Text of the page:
There are political discussions to be had about the GOP tax bill, which you'll have heard and read of elsewhere. There are economic discussions to be had on the bill as well. And sometimes, to be honest, there are slightly weedy economic discussions to be had, which is where Kevin Hassett comes in.
He's the chairman of the White House Council of Economic Advisers, and Marketplace host Kai Ryssdal spoke with him Friday morning. Find a full transcript of the conversation below.
Kai Ryssdal: How you're feeling on day two of this thing, now that some of the knives are out from some of the groups who aren't wild about it?
Kevin Hassett: Yeah, I guess that one of the things about the swamp is that when you walk in there then all of a sudden the swamp creatures start coming out. In tax reform what happens is that there are all these deductions and special interests giveaways that have been built into the code over time, and if you eliminate them in order to have a broader base so that you can lower rates, then all of the swamp creatures have this picture in their mind that, 'Well actually this bill is pretty good but it even be better if my narrow thing could stay in it.' And then they start fighting for that. And I think we're starting to see that kind of thing happen.
Ryssdal: Yeah but hang on, because we're talking about the National Association of Home Builders. We're talking about the National Federation of Independent Businesses. I mean, call them what you will but they're not swamp creatures right? They're legitimate interest groups.
Hassett: (Laughs) They're legitimate interest groups, but I think that their analysis is just incorrect. The fact is that if we make our country an attractive place for businesses, then that's going to drive income growth and wage growth and that will increase demand for housing and so on. And so if you look at the very narrow provisions that they're worried about, and if you look in isolation and maybe they have a point. But if you take the plan as a whole then they certainly don't.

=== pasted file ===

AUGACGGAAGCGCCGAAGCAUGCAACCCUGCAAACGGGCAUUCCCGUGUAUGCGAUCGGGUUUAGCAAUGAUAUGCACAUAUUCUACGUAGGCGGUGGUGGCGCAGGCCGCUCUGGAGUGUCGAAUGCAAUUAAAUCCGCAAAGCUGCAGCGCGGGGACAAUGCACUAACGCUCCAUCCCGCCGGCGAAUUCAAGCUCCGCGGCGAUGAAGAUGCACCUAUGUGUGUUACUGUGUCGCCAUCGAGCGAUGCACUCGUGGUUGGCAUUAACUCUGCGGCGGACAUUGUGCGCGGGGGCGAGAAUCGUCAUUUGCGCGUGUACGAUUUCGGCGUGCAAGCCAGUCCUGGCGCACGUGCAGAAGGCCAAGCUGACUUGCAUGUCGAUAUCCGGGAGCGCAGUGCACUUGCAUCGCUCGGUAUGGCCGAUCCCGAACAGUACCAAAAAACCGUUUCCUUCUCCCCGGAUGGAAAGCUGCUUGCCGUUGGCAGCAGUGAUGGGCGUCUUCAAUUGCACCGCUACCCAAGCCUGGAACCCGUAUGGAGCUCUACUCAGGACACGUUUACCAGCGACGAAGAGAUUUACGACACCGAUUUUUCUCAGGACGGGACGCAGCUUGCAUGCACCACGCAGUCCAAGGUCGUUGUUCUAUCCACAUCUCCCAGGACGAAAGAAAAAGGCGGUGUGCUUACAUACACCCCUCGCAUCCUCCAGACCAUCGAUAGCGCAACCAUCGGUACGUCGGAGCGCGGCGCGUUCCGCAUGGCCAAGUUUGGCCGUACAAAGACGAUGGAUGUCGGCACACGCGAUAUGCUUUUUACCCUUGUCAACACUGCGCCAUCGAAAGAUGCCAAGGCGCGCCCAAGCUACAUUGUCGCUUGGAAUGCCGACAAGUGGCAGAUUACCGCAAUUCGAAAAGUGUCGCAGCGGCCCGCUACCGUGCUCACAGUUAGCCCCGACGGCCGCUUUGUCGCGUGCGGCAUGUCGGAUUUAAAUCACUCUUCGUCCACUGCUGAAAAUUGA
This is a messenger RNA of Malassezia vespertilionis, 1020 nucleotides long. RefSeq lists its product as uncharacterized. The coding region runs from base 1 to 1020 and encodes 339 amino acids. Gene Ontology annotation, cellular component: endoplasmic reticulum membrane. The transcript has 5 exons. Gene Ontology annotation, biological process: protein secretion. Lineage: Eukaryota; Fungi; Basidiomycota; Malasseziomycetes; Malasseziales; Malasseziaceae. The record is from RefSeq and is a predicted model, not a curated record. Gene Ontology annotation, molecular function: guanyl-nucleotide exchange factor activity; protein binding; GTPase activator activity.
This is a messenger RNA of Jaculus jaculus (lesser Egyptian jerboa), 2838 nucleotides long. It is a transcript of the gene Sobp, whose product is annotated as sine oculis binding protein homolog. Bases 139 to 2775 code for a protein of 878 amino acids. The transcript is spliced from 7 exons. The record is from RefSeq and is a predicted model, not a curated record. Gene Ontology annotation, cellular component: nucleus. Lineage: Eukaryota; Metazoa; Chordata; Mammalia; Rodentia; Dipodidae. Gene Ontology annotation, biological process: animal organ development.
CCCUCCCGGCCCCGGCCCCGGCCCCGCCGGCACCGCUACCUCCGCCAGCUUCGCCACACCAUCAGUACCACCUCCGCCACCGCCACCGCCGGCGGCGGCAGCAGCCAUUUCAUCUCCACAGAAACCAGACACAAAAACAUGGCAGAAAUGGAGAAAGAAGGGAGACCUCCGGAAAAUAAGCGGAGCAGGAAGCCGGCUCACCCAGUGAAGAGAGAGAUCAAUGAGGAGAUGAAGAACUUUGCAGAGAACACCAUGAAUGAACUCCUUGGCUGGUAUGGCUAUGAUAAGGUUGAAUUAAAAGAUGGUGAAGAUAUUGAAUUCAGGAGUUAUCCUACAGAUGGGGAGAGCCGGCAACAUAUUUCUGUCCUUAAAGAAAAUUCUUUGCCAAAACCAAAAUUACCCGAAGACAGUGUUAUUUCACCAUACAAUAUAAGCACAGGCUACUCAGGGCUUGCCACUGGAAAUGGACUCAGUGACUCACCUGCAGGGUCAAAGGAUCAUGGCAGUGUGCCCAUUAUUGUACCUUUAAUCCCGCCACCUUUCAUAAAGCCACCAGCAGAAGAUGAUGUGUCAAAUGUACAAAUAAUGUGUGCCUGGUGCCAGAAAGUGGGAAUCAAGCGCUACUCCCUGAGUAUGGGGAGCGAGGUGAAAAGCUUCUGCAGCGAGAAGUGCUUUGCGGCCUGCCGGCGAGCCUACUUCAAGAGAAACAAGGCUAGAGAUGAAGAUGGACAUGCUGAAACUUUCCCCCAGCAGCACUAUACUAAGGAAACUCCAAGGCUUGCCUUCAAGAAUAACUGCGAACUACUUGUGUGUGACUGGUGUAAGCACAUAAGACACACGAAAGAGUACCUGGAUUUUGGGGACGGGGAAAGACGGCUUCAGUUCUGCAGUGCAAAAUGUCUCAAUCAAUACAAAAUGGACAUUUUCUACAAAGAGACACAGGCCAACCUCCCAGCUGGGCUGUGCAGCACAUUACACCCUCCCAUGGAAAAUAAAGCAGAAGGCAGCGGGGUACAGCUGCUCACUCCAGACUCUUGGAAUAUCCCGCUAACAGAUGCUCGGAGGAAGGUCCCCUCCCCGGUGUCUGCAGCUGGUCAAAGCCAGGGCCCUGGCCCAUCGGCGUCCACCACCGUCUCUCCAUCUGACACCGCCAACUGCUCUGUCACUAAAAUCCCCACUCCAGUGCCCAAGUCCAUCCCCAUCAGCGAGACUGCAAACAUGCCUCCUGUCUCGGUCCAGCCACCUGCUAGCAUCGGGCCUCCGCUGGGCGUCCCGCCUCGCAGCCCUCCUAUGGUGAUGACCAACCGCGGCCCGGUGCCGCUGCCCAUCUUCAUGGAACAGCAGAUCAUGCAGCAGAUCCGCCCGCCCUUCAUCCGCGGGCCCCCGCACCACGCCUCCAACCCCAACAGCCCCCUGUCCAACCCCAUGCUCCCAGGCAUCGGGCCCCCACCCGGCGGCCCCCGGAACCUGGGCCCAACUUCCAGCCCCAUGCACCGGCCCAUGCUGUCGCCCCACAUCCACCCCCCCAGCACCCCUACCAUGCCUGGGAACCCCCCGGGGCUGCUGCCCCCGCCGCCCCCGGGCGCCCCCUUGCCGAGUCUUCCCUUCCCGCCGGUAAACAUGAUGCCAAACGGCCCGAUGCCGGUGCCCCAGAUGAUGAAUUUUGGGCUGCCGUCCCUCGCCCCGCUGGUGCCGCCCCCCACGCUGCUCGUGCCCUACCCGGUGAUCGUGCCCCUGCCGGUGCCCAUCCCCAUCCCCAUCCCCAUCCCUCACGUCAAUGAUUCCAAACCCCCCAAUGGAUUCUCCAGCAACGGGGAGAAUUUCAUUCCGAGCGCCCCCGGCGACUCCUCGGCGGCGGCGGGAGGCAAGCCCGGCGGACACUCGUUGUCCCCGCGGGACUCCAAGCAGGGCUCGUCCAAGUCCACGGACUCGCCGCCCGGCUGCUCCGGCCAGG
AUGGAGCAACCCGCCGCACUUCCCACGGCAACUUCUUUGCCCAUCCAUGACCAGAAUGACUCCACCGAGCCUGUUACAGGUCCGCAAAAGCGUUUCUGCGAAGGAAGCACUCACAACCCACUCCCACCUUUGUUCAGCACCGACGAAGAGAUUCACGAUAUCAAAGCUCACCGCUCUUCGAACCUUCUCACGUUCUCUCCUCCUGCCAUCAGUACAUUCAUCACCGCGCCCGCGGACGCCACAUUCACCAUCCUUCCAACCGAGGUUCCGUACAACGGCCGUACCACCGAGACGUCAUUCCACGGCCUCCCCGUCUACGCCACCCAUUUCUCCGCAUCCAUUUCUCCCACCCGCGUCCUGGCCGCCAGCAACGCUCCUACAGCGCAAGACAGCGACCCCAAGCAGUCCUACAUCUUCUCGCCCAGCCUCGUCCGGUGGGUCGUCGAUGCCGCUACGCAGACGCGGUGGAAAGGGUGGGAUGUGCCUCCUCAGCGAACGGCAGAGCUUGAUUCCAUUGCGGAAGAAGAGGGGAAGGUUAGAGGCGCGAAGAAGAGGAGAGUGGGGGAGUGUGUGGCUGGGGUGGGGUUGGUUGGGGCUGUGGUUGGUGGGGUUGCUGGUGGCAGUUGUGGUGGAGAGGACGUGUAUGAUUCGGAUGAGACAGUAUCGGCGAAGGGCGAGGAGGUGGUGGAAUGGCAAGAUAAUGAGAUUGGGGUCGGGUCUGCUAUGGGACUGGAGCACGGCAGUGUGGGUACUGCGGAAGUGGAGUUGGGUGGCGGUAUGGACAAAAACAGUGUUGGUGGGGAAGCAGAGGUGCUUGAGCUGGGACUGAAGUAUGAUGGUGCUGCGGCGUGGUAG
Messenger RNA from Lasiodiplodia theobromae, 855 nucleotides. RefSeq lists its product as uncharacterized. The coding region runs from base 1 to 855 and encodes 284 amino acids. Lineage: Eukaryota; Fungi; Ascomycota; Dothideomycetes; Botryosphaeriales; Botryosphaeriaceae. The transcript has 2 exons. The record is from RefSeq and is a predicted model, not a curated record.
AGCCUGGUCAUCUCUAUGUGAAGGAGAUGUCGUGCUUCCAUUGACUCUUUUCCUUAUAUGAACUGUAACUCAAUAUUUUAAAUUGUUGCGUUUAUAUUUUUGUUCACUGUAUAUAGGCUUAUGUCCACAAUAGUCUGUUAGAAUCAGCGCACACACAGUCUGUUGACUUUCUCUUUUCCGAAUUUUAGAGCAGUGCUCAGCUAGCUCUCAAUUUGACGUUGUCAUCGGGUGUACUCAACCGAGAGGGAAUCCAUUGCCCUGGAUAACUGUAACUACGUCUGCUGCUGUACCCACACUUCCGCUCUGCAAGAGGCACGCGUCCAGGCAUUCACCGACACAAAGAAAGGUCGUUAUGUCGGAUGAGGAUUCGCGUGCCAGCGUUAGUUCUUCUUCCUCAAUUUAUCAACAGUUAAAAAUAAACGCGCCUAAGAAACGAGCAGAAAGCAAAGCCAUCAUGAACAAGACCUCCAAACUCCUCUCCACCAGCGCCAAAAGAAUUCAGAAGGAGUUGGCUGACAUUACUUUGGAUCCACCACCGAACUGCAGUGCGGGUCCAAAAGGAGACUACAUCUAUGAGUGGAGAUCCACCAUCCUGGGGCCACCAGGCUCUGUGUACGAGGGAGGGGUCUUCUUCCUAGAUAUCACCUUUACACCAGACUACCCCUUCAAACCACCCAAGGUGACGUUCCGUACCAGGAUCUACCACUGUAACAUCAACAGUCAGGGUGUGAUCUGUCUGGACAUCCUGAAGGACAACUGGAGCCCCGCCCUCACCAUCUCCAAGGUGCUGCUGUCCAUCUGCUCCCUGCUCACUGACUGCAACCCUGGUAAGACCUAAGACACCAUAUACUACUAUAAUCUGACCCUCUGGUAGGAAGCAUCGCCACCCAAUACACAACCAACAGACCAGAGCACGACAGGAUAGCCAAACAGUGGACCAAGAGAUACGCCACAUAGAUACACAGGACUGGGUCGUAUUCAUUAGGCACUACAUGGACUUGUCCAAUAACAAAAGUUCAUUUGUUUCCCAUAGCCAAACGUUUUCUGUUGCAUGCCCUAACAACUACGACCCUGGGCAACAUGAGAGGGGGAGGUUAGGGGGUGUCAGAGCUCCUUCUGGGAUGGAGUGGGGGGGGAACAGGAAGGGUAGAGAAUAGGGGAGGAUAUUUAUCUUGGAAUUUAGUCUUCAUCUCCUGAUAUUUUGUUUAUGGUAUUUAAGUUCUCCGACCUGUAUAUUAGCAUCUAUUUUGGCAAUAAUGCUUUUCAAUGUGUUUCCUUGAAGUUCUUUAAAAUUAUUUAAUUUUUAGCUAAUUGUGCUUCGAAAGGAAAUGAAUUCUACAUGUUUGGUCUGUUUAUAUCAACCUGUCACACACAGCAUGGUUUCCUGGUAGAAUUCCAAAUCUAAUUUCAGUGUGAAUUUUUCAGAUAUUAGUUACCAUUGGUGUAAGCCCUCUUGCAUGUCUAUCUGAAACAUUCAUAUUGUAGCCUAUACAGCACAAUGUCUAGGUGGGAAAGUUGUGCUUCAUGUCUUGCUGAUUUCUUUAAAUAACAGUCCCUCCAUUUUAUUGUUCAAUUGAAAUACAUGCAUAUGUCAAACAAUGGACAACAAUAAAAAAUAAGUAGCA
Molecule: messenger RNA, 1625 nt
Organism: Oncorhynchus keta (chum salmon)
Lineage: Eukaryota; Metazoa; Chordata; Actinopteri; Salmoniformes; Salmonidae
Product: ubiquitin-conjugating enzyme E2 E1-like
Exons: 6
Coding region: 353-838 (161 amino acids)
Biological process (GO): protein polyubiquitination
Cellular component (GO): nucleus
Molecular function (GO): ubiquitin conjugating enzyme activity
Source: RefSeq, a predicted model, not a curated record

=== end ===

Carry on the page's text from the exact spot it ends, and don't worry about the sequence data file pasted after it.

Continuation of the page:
Ryssdal: All right, let me ask you the big picture question before we get to the corporate stuff, which is, I know, of maximum importance to the GOP on the Hill and also to the president. Here we sit, as you know, with an economy very near full employment. It is growing, things are generally on the upswing. Why do we need a tax cut right now?
Hassett: Well the fact is that profit growth has been fantastic over the last eight years, it's been about 11 percent per year, but wage growth has been virtually nonexistent. In fact, even in the employment report that we got today the wage growth was very disappointing. And the reason is, that normally businesses in the past when they started to do well, then they would reward their workers. But now there's a disconnect because the profits are offshore. And so what we need is a big corporate tax change that both tightens up the rules so that we become territorial and we're keeping an eye on global income, and also has a low enough rate that we become an attractive location for capital. Once we do that then factories will start locating here. That'll increase the demand for workers and get wages reconnected to profits.
Ryssdal: Isn't another way that workers could be paid more just to have companies pay workers more?
Hassett: It's the same thing that I just said. So right now companies are moving, at a really high rate of velocity, they're moving their activities offshore to tax havens. About 11 percent of the workers in Ireland are employed by U.S. multinationals who are moving all the profits there and increasing the demand for labor there but not here. And so if they locate the plants here, then that will increase the demand for workers and that will increase their wages. That's how it happens it's a demand and supply thing.
Ryssdal: The last time though that we gave special conditions for companies to bring back profits overseas, they didn't actually spend that much on workers and all of that, right? I mean you know, they bought back their own shares, they paid dividends, right? I mean...